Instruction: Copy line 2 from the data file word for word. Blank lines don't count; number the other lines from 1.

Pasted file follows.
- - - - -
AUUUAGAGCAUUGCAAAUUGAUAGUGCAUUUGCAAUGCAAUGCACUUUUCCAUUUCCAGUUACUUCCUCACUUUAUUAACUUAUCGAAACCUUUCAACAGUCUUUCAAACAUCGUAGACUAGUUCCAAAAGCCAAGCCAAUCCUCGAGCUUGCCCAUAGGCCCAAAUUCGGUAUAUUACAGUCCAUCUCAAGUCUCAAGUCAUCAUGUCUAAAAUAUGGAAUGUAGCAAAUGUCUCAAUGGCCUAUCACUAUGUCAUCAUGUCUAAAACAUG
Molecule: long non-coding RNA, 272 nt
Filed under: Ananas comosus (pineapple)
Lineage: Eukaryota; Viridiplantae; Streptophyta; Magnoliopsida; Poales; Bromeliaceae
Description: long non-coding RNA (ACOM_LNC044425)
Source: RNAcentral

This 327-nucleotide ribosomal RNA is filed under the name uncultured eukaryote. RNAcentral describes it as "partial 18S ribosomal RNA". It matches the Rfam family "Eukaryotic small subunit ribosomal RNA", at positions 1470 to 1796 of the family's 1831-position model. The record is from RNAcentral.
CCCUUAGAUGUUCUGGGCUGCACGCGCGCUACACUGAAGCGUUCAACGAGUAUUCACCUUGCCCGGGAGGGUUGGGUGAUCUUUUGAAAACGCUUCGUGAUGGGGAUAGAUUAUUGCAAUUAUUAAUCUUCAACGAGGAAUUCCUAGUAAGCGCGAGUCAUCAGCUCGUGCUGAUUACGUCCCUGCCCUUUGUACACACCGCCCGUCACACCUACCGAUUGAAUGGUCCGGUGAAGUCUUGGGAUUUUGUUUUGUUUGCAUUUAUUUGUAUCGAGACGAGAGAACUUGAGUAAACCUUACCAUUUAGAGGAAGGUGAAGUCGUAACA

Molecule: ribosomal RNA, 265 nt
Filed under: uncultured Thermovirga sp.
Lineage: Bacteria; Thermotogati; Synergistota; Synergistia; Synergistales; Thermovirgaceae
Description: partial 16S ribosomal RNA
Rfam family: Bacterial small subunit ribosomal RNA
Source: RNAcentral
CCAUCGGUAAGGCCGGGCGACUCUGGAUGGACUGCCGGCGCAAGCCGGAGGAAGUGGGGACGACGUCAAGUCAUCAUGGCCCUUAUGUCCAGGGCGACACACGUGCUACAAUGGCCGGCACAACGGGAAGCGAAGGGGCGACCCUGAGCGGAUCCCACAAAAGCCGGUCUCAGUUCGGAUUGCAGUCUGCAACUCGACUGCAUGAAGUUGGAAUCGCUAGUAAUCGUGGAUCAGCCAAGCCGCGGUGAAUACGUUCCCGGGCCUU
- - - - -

Molecule: long non-coding RNA, 272 nt